Non-linear comparisons

#21
I attribute the kinks to inconsistencies in the data collection. I have other data that is being collected that is much better controlled as far as the collection. This was the first year and we were working out the kinks.

However, that said the r-squared for each line using this data was all over O. 95 so I'm still pretty confident.

What I am trying "prove" is to create a pretty solid argument that using this approach is more robust and useful than using transformed data and a linear model based ANOVA. This would add a level of confidence in the differences we see on the graph. There will be concrete differences between the lines.

TBH My advisor is a pretty heavy advocate of the ANOVA method because it is what he was taught. I feel this is a better description of the data. I don't know what it means in nature when the stats are transformed using arcsine. The actual emergence on day 4 is the arcsine of what I counted?
 

katxt

Active Member
#22
What I am trying "prove" is to create a pretty solid argument that using this approach is more robust and useful than using transformed data and a linear model based ANOVA. This would add a level of confidence in the differences we see on the graph. There will be concrete differences between the lines.
I feel that you may be setting yourself a very difficult if not impossible task. All we have done so far is go through the mechanics of how to find a SE in an unusual situation, and use it to get some p values. There is no discussion of robustness, nor of goodness of fit, nor of usefulness. It is a brave (read risky) matter to go against a supervisor, and in this case I think you would need a much deeper and more solid foundation in statistical theory to prove your point, if indeed it is true. (There are other simpler models you could consider as well.)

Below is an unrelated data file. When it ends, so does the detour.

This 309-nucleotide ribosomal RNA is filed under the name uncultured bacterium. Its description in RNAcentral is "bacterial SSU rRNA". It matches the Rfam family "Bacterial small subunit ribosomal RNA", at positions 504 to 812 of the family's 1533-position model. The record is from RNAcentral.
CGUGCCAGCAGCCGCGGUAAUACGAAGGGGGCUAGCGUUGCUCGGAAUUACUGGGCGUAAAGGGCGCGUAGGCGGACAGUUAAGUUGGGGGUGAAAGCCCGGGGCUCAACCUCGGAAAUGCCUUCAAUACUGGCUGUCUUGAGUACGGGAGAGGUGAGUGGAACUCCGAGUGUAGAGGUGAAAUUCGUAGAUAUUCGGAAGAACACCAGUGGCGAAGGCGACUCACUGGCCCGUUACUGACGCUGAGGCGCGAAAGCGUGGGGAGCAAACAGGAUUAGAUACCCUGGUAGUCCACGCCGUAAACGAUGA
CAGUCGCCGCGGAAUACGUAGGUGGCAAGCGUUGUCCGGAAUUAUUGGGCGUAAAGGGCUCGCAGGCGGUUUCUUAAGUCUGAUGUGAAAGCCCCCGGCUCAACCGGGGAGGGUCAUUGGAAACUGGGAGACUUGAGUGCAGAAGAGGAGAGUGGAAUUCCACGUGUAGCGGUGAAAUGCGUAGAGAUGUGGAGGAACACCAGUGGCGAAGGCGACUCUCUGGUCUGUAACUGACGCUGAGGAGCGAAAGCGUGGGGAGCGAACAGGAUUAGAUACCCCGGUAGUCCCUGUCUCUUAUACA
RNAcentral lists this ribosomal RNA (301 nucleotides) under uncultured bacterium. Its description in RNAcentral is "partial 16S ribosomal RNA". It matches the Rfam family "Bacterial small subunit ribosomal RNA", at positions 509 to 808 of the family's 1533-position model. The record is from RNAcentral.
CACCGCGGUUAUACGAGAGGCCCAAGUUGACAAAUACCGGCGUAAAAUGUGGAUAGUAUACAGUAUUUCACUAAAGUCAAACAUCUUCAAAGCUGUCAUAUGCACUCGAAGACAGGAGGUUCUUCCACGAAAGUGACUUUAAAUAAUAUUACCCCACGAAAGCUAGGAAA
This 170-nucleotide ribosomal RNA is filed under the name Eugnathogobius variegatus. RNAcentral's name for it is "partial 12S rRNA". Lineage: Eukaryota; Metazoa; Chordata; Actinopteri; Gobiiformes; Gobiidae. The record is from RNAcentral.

As for the arcsine transformation and the anova, this isn't really an anova situation at all as far as I can see. Anova compares the means of different groups and sometimes the data that gives those means needs to be transformed so that the mathematical anova calculations will be valid.
On the other hand, insects are not my field. Your supervisor is a better source of advice than a random guy of the internet. If you are really concerned, consider buying an hour of a statisticians time where you can discuss the whole thing face to face.
Good luck, kat
 
#24
Looking at your graphs, if you want to know which are different, another approach could be the Two-sample Kolmogorov–Smirnov test. See https://en.wikipedia.org/wiki/Kolmogorov–Smirnov_test
Ok, I will look into it, thank you! More and more learning.


In the mean time I was wondering what your experience is with Euclidean distance calculations. I have a program that I am developing that calculates these for a Bioinformatics program and my results in Excel and in the program seem to differ from the commercially available packages. I was hoping you could check my work.
 

katxt

Active Member
#25
Sure. Zip up the Excel and send it through and I'll see if understand.
The K-S test won't specifically test the t50s but will test for differences between the emergence timings as a whole. It is extremely simple, you already have all the data you need, and does not need the Gompertz model or the arcsine transform.